- Sounds well recorded and effective
- Real sense of atmosphere in some of the hectic arenas
- Gameplay is more than a little repetitive
- Doctor Bastard, the game's narrator, is a trifle annoying
- Far too hard to differentiate between enemies directly in front and behind you
- Review Price: £2.99
Here’s a ridiculous question for you: How do you fancy being trapped in an arena surrounded by the living dead? No? What about if we blinded you so all you had to go on to secure your safety was your hearing? Sound any more appealing?
That’s the proposition behind Audio Defence: Zombie Arena and, if turning you into a panic-stricken jumpy mess, swivelling around on the spot is it’s aim, it makes a good thrash and getting you there.
But leaving you sodden and sweaty doesn’t necessarily a good game make, and Audio Defence: Zombie Arena is something of a one trick pony.
The basic concept is a simple one. With headphones implanted in your ears, you have to take down an approaching mass of zombies and ghouls eager to munch on your flesh. With no visuals at all to go on, the iPhone’s screen becomes little more than a rather flash remote control, serving up four buttons for you to mash on; one that fires your weapon, one that reloads the ammunition, one that switches it for another gun and one that acts as a melee attack.
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Success is a matter of hitting these buttons when required, all prompted by the sounds you hear around you. It’s a case of waiting for the approaching ensemble to get close enough, lining yourself up so you’re facing the way the noise is coming from and attacking as quickly as you can. By default you’ll use your iPhone’s accelerometer to do this, turning until the sound is central in your ears, though swipe or tilt-based controls are also on offer.
All of this is orchestrated by Audio Defence’s somewhat trying master of ceremonies, Doctor Bastard. His tones – taking the form of an almost constant commentary, where he looks to belittle your attempts to survive with the kind of put downs that would be better placed on the school playground – are designed to guide you through the game, arena by arena. However, they soon become an annoyance that adds a somewhat misplaced attempt at humour to what otherwise is a serious attempt to play with your senses.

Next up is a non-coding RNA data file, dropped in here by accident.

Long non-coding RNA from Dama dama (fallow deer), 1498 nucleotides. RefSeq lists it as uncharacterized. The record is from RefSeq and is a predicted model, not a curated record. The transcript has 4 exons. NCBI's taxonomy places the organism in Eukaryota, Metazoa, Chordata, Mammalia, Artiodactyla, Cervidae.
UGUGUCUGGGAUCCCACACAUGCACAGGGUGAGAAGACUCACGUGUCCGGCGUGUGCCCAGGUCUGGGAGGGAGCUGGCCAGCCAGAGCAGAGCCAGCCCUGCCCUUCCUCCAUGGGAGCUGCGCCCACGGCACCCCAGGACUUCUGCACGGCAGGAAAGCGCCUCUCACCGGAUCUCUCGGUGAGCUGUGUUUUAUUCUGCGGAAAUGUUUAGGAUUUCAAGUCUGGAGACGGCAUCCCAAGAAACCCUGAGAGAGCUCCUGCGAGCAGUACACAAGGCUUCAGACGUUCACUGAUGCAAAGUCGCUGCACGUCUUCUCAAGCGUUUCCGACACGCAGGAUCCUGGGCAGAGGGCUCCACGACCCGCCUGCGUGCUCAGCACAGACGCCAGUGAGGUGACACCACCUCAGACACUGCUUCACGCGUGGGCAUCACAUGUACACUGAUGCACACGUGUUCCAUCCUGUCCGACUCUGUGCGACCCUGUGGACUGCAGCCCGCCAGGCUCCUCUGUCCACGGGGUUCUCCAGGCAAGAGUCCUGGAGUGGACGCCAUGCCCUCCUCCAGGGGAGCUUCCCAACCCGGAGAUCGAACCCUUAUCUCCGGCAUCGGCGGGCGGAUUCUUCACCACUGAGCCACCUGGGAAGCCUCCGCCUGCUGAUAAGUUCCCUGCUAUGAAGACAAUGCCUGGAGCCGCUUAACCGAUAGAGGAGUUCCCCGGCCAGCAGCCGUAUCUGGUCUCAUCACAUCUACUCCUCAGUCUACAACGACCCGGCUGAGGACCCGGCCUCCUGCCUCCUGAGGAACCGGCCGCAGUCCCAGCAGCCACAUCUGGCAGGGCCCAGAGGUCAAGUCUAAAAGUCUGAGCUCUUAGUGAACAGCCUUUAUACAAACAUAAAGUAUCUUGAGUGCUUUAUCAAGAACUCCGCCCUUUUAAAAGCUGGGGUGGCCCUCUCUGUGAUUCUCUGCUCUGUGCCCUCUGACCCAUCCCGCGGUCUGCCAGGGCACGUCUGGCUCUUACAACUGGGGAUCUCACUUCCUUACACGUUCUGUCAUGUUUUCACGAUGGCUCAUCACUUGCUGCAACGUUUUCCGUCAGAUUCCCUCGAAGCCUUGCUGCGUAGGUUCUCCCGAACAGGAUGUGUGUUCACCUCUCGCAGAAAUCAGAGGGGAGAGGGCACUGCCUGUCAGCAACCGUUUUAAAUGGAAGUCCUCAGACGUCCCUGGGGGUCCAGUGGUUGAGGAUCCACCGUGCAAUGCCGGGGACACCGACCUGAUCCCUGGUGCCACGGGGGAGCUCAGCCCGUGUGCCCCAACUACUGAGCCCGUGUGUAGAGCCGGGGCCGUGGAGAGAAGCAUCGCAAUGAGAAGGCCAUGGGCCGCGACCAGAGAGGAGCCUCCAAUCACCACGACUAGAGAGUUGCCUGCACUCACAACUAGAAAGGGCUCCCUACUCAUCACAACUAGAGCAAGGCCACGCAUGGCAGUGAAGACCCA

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It’s logical to think, therefore, that Doctor Bastard exists merely to flesh out what is a fairly superficial attempt at sensory-based action. When Audio Defence plays all its tricks – enemies coming from all angles, moaning and salivating as they head your way – the action feels quite intense, thanks in part to the game’s built-in heartbeat, which thumps ever quicker the closer they get.
In reality, however, said tricks have only limited appeal. Extra features like slot machines that fire off random weapons that clear the room are undoubtedly designed to spice up proceedings, but essentially your job remains identical whether you’re firing at a slot machine or a flesh-eating zombie: find where the noise is coming from and fire.
One of the game’s main problems, however, is unavoidable. Audio Defence teaches you to line yourself up so the sound you’re after is coming from dead centre. However, while you can physically turn 360 degrees, the sound pulsing out of your headphones is somewhat less 3D, coming out of either the left or right headphone, or both. As such, while you might think you’ve got the sound dead on, the enemy is actually directly behind you. The only way you can tell is that said noise is slightly louder when you’re directly facing it.
Of course, you’ve got no point of reference to tell which way round offers the loudest sound until you’ve faced both directions – by which time it can be too late.
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Nevertheless, more problematic than this is the fact that, though the difficulty level ramps up arena after arena – and there’s a play-until-you-die endless mode to contend with – there’s not enough variety here to keep play interesting, and the curiosity that first draws you into Audio Defence: Zombie Arena initially soon dissipates to leave you with…well, not very much, really.
In truth, Audio Defence’s issue isn’t that sound-only play isn’t strong enough to hold your attention, but rather that – even if it had visuals – simply mowing down zombies one after the other white rooted to the spot isn’t very entertaining. Intriguing as the game is in its early stages, developer Somethin’ Else has rather unwisely focused its attention almost entirely on the sound of Audio Defence: Zombie Arena, rather than on the gameplay it should be built around.
Audio Defence: Zombie Arena’s audio-based action makes it a curious enough piece of entertainment to begin with, but its fixation with firing at approaching foe – all delivered via noises beaming into your headphones – is somewhat one dimensional, leaving you with a game far too fixated with a gimmick than with the gameplay behind it.
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